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Knee Surgeon in Pottstown, PA

Knee Surgeon in Pottstown, PA

Recovery from Knee Surgery

When you have knee surgery at Premier Osteoarthritis Centers of Pennsylvania, recovery and rehabilitation is a crucial stage. In this stage, you’ll get back on your feet and return to an active lifestyle.

The 12 weeks following surgery are very important for recovery and rehab. Committing to a plan made by a knee surgeon in Pottstown, PA, and pushing yourself to do as much as possible each day will help you heal faster from surgery and improve your chances for long-term success.

Read on to learn what to expect during the 12 weeks after surgery and how to set goals for your healing.

Day 1

 Rehabilitation begins right after you wake up from surgery.

Within the first 24 hours, your physical therapist (PT) will help you to stand up and walk using an assistive device. Assistive devices include walkers, crutches, and canes.

A nurse or occupational therapist will help you with tasks such as changing the bandage, dressing, bathing, and using the toilet.

Your PT will show you how to get in and out of bed and how to move around using an assistive device. They may ask you to sit at the side of the bed, walk a few steps, and transfer yourself to a bedside commode.

They will also help you use a continuous passive motion (CPM) machine, which is a device that moves the joint slowly and gently after surgery. It helps prevent a build-up of scar tissue and joint stiffness.

You’ll probably use the CPM in the hospital and possibly at home, too. Some people leave the operating room with their leg already in the device.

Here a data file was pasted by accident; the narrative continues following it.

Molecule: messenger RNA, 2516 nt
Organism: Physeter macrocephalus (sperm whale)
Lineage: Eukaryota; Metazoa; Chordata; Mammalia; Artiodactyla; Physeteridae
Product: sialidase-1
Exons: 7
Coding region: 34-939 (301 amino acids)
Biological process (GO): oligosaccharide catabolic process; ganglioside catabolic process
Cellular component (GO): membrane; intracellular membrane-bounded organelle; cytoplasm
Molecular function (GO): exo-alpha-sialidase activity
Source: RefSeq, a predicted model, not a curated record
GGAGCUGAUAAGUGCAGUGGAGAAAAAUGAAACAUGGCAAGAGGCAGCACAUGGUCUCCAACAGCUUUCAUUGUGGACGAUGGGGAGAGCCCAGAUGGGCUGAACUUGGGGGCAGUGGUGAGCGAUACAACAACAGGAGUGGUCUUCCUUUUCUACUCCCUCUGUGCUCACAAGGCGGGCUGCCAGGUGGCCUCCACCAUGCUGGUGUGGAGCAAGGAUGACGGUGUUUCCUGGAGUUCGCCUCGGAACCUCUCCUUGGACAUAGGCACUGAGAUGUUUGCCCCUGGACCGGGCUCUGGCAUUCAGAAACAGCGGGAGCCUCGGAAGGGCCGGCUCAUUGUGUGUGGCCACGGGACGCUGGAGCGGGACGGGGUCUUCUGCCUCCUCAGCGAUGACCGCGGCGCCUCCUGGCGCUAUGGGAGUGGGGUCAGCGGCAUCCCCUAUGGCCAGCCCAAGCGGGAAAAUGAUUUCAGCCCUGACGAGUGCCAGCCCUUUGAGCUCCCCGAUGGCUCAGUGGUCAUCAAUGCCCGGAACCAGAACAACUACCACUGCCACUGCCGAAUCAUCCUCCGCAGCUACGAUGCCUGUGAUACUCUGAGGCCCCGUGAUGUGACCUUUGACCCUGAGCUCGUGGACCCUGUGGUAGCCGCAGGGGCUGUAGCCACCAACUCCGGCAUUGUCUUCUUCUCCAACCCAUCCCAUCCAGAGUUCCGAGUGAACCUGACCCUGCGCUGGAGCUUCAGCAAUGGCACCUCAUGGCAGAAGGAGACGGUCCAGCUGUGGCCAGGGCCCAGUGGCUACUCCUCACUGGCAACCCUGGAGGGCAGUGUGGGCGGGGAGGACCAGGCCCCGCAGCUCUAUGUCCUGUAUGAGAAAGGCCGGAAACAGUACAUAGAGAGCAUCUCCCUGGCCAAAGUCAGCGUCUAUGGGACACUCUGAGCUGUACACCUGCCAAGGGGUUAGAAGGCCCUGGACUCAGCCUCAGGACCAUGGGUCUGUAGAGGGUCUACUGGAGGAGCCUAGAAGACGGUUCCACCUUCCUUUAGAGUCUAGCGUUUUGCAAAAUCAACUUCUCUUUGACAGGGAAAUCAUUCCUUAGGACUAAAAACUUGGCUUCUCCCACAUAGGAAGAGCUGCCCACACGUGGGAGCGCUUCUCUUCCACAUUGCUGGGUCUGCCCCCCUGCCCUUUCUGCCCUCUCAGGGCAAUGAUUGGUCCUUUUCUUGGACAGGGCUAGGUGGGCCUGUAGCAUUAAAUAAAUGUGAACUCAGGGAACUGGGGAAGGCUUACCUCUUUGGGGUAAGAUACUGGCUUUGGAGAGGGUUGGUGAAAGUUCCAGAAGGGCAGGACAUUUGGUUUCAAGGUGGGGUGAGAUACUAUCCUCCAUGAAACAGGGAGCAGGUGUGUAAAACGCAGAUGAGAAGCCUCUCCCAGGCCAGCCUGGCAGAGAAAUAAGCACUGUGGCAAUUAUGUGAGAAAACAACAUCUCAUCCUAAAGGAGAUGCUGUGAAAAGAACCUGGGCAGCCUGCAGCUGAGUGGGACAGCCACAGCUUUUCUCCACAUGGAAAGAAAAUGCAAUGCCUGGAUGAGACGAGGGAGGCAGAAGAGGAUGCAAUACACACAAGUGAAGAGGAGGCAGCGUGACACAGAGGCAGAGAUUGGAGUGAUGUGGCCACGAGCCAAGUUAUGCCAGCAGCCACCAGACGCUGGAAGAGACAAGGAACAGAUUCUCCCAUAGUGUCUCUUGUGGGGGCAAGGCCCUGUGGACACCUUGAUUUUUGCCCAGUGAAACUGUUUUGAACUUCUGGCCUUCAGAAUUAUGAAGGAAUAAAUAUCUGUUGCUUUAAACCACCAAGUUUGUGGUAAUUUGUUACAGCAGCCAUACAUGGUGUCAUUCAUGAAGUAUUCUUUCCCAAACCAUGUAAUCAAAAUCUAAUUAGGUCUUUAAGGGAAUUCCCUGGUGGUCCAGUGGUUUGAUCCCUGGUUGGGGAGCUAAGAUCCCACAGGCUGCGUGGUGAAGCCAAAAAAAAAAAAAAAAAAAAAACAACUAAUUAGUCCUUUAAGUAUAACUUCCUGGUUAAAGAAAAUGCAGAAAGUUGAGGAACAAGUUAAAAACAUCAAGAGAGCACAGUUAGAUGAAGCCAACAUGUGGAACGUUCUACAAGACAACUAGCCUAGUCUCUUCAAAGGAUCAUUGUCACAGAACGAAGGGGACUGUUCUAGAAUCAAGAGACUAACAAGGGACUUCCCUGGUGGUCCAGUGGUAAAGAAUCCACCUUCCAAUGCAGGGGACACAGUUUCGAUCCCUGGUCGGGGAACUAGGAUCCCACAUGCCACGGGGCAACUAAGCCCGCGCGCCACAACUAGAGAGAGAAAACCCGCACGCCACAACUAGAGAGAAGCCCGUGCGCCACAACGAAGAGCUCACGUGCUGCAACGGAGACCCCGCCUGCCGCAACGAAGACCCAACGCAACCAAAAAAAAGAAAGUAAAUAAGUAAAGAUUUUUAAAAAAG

Some pain, swelling, and bruising are normal after knee surgery. Knee Surgeons in Pottstown, PA recommend that you try to use your knee as soon as possible, but avoid pushing yourself too far too soon. Your healthcare team at Premier Osteoarthritis Centers of Pennsylvania will help you set realistic goals.

What can you do at this stage?

Get plenty of rest. Your PT will help you get out of bed and walk a short distance. Work on bending and straightening your knee and use a CPM machine if you need one.

Day 2

On the second day, you might walk for brief periods using an assistive device. As you recover from surgery, your activity level will increase gradually.

If the knee surgeon in Pottstown, PA used waterproof dressings, you can shower the day after surgery. If they use normal dressing, you’ll have to wait for 5–7 days before showering, and avoid soaking for 3–4 weeks to let the incision heal fully.

Your PT might ask you to use a regular toilet rather than a bedpan. They might ask you to try to climb a few steps at a time. You might still need to use the CPM machine.

Work on achieving full knee extension at this stage. Increase knee flexion (bending) by at least 10 degrees if possible.

What can you do at this stage?

On day two you can stand up, sit, change locations, and use a toilet instead of a bedpan. You can walk a little further and climb a few steps with help from your PT. If you have waterproof dressings, you can shower the day after surgery.

Discharge Day

You will likely stay in the hospital for 1 to 3 days after surgery, but this can be a lot longer.

When you can leave the hospital depends heavily on the physical therapy you need, how quickly you are able to progress, your health before surgery, your age, and any medical issues.

By now your knee should be getting stronger and you’ll be able to increase your exercise and other activities. You’ll be working toward bending your knee further with or without a CPM machine.

Your knee surgeon in Pottstown, PA will be shifting you from prescription-strength to lower-dose pain medication. 

What can you do at this stage?

At discharge, you may be able to:

  •     stand with little or no help
  •     go on longer walks outside your hospital room and rely on assistive devices less
  •     dress, bathe, and use the toilet on your own
  •     climb up and down a flight of stairs with help

Stay In Touch With Your Medical Team

After being discharged from hospital, please stay in touch with our Premier Osteoarthritis Centers of Pennsylvania and have regular check-ups from your knee surgeon in Pottstown, PA to make sure that your knee is staying healthy. 

Fluid Flow Regenerative Medicine Therapy Pennsylvania

What is Fluid Flow?